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Red-light cameras

American Government Special Collections Reference Desk

McHenry County, Illinois

Red-light cameras

Gus Philpott
Woodstock Advocate
April 28, 2009

Back on February 26 I wrote about the new Administrative Adjudication Court that Woodstock is creating, and I wondered whether red-light tickets would be handled there. (They will be.)Towns like to process those tickets in their own courts, because they can hang onto all the money. If the tickets go to McHenry County Traffic Court, the town's slice of the pie shrinks considerably.

This morning's Northwest Herald lets us know that Woodstock is, indeed, pondering the wisdom and the economics of red-light cameras.

Personally, I favor use of red-light cameras. It's almost impossible for a cop to nail a red-light violator, because the cop has to get through cross-traffic to pursue the violator.

But is Woodstock big enough to afford red-light cameras? If the City has to guarantee the camera equipment provider $8,-10,-12,000 each month, there will have to be a lot of violators. Frankly, I don't think it's that big of a problem here.

And pretty quickly the word gets around about the cameras. In fact, a driver who is half-awake ought to be able to see the huge warning signs which are required to be posted. Now, what would be the situation if the warning signs didn't have to be posted? Should they be there?

Just think about all the screaming and gnashing of teeth, if a driver ran a red light and then got a ticket in the mail, if there were no signs. The yellow light and the red light should be plenty of warning.

A long green gives the approaching driver some warning. After all, lights don't stay green forever. And the yellow? For many, it means "Step on the gas." However, in towns with red-light cameras, the yellow now means, "Make a good choice." If the driver has been watching the green and the traffic, he might slow just a little if he anticipated the light might change.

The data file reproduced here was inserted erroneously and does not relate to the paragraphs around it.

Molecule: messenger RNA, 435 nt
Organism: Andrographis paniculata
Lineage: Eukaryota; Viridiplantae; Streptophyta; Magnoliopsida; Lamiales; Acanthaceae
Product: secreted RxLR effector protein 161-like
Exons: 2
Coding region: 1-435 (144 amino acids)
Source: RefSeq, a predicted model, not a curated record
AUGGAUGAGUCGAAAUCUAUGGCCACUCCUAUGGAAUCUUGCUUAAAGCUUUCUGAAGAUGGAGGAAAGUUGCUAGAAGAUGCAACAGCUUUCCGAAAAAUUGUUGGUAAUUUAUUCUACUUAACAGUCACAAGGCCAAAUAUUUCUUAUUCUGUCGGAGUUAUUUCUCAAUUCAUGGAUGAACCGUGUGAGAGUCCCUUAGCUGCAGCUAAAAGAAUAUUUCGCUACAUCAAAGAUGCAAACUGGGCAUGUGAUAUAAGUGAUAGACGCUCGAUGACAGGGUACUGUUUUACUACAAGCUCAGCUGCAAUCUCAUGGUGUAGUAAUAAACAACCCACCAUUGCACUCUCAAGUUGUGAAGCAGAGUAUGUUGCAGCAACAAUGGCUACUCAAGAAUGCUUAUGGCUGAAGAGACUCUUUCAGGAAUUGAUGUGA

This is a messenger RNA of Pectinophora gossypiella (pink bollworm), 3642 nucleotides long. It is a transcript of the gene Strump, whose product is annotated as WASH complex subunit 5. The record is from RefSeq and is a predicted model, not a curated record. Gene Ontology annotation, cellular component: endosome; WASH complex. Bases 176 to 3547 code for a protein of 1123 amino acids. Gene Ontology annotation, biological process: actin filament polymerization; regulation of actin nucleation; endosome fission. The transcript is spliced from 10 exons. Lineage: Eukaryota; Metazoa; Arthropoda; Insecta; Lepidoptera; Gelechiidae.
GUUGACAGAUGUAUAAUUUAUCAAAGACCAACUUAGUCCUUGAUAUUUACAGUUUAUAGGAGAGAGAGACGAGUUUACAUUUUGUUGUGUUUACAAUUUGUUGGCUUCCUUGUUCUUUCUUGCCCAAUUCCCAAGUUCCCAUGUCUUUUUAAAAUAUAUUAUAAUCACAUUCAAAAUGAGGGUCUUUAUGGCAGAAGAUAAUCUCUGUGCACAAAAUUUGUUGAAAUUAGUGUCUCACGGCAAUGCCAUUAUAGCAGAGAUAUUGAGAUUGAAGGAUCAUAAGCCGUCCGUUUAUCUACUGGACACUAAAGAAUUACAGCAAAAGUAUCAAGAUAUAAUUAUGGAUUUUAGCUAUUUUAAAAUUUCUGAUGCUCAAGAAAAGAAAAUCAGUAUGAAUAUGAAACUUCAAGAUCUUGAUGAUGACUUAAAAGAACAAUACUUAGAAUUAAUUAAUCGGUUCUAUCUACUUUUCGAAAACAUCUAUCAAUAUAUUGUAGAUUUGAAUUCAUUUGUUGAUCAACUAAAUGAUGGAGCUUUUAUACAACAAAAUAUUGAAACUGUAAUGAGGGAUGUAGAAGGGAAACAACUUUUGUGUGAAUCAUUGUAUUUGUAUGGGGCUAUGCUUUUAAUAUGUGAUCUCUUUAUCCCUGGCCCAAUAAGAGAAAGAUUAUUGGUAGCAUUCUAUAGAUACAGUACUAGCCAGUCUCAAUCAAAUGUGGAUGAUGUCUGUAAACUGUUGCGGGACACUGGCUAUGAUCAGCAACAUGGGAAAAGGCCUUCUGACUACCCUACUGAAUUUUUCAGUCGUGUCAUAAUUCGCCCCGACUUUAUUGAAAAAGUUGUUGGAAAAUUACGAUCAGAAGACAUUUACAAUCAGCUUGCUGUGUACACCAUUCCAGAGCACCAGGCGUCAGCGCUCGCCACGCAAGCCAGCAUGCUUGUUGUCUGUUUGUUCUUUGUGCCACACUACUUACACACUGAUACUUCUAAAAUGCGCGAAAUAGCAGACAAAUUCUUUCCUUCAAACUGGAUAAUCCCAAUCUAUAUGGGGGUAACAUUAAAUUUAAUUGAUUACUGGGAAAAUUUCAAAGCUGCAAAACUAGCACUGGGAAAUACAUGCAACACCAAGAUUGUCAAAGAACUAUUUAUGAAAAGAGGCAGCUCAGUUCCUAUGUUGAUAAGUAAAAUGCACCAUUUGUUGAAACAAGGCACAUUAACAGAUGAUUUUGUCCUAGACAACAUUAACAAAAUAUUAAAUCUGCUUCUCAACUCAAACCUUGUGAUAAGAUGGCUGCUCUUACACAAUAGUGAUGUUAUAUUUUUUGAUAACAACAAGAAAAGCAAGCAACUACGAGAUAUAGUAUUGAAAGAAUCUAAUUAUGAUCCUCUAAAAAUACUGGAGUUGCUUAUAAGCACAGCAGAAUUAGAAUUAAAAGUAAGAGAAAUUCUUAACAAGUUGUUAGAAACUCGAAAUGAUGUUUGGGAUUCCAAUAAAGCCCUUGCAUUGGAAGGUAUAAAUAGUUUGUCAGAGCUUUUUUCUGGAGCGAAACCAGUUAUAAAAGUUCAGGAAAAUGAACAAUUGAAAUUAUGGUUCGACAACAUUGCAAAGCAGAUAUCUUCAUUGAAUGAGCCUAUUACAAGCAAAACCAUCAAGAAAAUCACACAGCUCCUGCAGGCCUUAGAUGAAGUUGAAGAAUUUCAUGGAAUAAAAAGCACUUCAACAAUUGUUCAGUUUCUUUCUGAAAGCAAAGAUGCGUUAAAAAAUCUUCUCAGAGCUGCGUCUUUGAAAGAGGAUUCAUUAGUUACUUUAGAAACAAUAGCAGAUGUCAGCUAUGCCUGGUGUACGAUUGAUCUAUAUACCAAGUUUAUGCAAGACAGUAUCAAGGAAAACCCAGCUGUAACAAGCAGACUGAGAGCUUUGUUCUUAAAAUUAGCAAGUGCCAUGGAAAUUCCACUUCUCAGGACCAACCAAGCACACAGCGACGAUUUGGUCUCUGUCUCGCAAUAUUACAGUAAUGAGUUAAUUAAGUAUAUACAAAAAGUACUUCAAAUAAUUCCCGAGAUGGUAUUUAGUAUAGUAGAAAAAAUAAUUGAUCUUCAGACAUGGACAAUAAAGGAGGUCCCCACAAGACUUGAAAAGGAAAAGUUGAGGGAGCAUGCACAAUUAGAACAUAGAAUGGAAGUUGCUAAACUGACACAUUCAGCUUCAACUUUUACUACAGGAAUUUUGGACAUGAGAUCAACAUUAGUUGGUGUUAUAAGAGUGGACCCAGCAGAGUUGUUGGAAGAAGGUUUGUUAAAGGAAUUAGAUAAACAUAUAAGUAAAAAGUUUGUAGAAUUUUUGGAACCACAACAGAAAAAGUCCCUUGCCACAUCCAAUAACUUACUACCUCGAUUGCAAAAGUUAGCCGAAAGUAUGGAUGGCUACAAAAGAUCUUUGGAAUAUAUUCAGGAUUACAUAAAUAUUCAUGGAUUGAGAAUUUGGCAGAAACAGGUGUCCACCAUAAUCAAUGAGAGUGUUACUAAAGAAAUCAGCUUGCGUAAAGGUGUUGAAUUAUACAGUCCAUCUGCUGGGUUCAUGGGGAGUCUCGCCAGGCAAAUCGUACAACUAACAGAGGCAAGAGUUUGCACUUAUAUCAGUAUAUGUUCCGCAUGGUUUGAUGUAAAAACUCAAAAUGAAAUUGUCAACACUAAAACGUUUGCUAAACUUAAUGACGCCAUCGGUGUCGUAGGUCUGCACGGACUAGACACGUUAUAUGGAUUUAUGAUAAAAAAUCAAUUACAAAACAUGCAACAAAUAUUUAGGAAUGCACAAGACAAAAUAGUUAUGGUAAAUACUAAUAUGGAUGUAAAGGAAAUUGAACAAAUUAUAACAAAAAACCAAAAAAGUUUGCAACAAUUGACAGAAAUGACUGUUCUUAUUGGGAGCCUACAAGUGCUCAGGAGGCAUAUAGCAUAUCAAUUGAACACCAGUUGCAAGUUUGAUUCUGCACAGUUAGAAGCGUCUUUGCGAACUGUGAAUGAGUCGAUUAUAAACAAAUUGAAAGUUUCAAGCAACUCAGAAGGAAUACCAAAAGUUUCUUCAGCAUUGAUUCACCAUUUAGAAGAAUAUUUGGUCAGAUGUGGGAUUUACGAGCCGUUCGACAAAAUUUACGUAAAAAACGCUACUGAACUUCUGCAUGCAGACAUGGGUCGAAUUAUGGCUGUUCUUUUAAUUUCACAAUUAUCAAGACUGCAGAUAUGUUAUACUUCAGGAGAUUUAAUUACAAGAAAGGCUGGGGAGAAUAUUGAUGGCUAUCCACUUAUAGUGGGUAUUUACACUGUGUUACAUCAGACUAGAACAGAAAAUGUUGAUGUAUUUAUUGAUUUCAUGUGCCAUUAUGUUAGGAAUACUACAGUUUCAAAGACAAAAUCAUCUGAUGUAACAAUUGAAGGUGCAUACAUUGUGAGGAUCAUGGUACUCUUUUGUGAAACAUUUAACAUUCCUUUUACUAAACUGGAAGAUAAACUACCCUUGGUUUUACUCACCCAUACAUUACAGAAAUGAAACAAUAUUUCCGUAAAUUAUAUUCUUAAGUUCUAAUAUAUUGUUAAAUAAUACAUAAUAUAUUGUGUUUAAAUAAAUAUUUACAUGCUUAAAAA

If the driver is paying attention, there won't be any panic stops. When approaching a "stale" green, you expect it to change to yellow, and so you prepare to stop. As you approach the intersection, you watch the light and the distance to the intersection, so that you know right where the "Go/No Go" point is. And, if you pass that point, then you know that you're going through, if the light changes.

Watch the idiot behind you who is tailgating you. You can avoid getting rear-ended, if you slow down, which forces him (her?) to slow down, as you approach an intersection on a long green. And, if you do have to go through just as the light turns red, in order to avoid getting rear-ended, get a good look at that driver (who will follow you through), get the license plate number, and stop and call the police. Complain about the tail-gater. Ask for a ticket to be issued to that driver, which will require you to go to court and testify.

It's going to cost you $100 and him a $100, and you might as well make sure it costs him another $100-150 (plus court costs) for a "following too closely" or "careless driving" ticket.

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